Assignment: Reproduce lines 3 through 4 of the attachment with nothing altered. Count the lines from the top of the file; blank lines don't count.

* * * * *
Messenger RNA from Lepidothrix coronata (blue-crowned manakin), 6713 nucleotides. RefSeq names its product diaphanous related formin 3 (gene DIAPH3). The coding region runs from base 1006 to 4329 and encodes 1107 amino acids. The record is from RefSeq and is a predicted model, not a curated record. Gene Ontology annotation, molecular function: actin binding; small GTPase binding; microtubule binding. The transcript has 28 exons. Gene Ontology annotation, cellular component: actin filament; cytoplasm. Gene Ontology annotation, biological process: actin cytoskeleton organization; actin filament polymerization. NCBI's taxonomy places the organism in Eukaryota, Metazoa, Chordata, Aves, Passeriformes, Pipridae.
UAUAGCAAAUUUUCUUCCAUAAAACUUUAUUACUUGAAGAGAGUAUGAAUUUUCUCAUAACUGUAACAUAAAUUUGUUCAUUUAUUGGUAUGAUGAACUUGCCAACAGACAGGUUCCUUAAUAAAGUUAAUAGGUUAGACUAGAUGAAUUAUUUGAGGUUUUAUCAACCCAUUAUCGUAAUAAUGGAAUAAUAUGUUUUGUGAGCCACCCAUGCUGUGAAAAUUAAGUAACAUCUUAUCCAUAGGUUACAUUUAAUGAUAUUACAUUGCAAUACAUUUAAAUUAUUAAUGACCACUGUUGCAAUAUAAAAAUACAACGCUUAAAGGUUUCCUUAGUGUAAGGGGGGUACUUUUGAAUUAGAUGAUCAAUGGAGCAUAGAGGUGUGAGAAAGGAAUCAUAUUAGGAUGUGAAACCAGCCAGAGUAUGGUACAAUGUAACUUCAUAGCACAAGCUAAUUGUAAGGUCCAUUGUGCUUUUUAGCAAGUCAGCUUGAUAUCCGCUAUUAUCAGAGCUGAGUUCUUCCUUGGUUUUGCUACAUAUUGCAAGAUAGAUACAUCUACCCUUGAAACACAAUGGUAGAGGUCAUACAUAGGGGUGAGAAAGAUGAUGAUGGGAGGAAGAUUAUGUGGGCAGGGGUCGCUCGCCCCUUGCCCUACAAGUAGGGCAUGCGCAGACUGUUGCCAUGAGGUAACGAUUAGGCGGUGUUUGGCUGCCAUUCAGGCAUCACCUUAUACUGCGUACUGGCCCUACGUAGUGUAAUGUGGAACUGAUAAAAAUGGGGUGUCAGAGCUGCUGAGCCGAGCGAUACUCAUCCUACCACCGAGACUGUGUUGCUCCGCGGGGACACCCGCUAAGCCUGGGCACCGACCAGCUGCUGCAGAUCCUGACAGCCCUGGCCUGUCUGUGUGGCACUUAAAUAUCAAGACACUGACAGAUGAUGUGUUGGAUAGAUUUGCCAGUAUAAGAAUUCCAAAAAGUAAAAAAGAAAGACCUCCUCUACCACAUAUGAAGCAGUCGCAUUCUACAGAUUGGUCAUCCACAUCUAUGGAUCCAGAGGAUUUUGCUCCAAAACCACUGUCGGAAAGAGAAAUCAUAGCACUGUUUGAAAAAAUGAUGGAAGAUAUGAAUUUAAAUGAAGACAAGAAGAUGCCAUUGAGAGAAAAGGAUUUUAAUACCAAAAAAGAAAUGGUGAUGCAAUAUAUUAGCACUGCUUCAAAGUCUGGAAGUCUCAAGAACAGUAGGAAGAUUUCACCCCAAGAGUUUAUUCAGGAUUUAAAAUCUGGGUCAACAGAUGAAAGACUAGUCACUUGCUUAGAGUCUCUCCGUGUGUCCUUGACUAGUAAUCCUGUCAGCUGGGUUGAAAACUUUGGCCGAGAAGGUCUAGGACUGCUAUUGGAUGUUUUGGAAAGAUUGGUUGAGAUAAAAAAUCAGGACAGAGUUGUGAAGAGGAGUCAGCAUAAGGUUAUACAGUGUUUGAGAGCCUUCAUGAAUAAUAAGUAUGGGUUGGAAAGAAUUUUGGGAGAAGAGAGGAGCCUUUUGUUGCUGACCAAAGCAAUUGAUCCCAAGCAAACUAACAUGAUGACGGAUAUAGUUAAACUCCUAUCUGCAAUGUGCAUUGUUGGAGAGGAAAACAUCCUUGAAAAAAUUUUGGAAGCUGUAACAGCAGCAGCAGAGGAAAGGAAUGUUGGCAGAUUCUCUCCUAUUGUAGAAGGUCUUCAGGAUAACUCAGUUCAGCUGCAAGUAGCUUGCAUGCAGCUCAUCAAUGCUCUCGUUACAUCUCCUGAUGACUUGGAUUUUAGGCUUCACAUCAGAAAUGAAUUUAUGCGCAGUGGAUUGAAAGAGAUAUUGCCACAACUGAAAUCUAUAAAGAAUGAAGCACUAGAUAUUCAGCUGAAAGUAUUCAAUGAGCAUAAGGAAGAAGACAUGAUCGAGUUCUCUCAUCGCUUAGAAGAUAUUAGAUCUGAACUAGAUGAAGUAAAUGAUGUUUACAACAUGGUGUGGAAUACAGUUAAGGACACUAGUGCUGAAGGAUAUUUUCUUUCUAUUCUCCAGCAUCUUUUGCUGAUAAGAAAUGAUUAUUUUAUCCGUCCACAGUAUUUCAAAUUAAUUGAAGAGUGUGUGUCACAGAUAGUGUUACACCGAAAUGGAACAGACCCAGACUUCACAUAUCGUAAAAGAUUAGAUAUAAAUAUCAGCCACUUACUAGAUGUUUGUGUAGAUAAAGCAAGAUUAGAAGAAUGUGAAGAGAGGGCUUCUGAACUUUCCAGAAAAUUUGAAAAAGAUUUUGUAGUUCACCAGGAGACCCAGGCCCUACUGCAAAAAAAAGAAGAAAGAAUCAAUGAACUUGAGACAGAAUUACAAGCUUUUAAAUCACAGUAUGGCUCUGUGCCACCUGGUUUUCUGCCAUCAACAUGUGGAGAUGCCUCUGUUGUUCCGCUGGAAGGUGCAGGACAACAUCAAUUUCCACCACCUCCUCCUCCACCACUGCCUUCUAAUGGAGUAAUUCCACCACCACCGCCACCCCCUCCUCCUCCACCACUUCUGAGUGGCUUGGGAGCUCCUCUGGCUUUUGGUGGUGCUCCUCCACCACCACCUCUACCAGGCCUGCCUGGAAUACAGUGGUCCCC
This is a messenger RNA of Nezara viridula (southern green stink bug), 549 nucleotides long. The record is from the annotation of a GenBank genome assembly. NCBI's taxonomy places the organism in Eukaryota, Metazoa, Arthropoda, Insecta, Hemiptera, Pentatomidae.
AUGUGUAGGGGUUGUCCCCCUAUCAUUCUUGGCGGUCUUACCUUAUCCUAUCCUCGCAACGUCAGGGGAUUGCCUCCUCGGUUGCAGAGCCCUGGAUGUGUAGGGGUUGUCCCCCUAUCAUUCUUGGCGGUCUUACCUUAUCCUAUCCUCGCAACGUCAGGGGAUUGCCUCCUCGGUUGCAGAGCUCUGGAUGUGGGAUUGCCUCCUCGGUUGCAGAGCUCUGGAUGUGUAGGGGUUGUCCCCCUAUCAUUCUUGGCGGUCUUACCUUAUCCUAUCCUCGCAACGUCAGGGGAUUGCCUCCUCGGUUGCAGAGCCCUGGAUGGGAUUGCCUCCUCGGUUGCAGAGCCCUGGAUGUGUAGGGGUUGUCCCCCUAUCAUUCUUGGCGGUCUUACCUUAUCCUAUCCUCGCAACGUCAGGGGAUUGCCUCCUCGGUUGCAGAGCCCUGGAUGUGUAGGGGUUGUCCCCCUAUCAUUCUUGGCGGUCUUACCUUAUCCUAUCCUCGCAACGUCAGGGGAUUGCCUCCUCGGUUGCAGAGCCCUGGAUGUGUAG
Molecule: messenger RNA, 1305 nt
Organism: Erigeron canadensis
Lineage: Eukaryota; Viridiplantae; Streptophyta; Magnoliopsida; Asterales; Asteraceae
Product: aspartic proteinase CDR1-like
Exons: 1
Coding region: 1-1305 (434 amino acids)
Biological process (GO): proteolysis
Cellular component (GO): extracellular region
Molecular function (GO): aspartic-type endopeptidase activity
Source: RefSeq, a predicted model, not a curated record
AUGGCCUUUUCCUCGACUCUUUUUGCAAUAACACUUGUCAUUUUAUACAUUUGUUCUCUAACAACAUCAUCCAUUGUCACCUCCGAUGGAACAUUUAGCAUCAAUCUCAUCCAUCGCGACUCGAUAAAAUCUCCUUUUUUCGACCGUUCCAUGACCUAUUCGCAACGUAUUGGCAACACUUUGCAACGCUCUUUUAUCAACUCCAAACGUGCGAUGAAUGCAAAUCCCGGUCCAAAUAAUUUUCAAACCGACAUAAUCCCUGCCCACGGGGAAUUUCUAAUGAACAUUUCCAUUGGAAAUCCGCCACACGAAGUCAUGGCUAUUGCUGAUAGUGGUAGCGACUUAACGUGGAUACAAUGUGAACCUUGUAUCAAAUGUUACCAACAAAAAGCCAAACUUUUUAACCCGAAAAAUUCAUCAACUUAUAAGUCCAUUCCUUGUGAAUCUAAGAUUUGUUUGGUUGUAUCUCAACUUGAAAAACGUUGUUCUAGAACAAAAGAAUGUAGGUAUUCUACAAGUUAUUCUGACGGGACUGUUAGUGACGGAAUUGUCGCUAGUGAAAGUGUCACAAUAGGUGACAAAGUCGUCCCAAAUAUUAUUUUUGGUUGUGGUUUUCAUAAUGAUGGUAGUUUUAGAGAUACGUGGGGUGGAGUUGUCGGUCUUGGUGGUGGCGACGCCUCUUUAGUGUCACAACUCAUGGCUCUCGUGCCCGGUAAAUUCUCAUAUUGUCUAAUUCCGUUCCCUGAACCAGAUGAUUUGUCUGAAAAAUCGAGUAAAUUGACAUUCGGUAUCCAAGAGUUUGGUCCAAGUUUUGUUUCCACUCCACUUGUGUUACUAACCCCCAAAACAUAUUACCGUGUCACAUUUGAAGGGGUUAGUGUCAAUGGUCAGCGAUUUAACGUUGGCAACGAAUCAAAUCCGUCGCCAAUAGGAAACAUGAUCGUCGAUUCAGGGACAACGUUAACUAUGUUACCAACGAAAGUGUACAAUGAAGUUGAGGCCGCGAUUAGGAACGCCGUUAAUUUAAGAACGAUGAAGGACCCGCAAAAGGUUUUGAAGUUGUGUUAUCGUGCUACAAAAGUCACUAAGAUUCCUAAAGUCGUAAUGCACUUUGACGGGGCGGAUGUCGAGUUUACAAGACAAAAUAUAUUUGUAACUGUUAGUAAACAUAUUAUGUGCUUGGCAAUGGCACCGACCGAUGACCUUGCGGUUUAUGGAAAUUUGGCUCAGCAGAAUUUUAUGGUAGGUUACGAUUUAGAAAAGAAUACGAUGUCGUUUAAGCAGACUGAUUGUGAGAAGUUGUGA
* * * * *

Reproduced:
This is a messenger RNA of Nezara viridula (southern green stink bug), 549 nucleotides long. The record is from the annotation of a GenBank genome assembly. NCBI's taxonomy places the organism in Eukaryota, Metazoa, Arthropoda, Insecta, Hemiptera, Pentatomidae.
AUGUGUAGGGGUUGUCCCCCUAUCAUUCUUGGCGGUCUUACCUUAUCCUAUCCUCGCAACGUCAGGGGAUUGCCUCCUCGGUUGCAGAGCCCUGGAUGUGUAGGGGUUGUCCCCCUAUCAUUCUUGGCGGUCUUACCUUAUCCUAUCCUCGCAACGUCAGGGGAUUGCCUCCUCGGUUGCAGAGCUCUGGAUGUGGGAUUGCCUCCUCGGUUGCAGAGCUCUGGAUGUGUAGGGGUUGUCCCCCUAUCAUUCUUGGCGGUCUUACCUUAUCCUAUCCUCGCAACGUCAGGGGAUUGCCUCCUCGGUUGCAGAGCCCUGGAUGGGAUUGCCUCCUCGGUUGCAGAGCCCUGGAUGUGUAGGGGUUGUCCCCCUAUCAUUCUUGGCGGUCUUACCUUAUCCUAUCCUCGCAACGUCAGGGGAUUGCCUCCUCGGUUGCAGAGCCCUGGAUGUGUAGGGGUUGUCCCCCUAUCAUUCUUGGCGGUCUUACCUUAUCCUAUCCUCGCAACGUCAGGGGAUUGCCUCCUCGGUUGCAGAGCCCUGGAUGUGUAG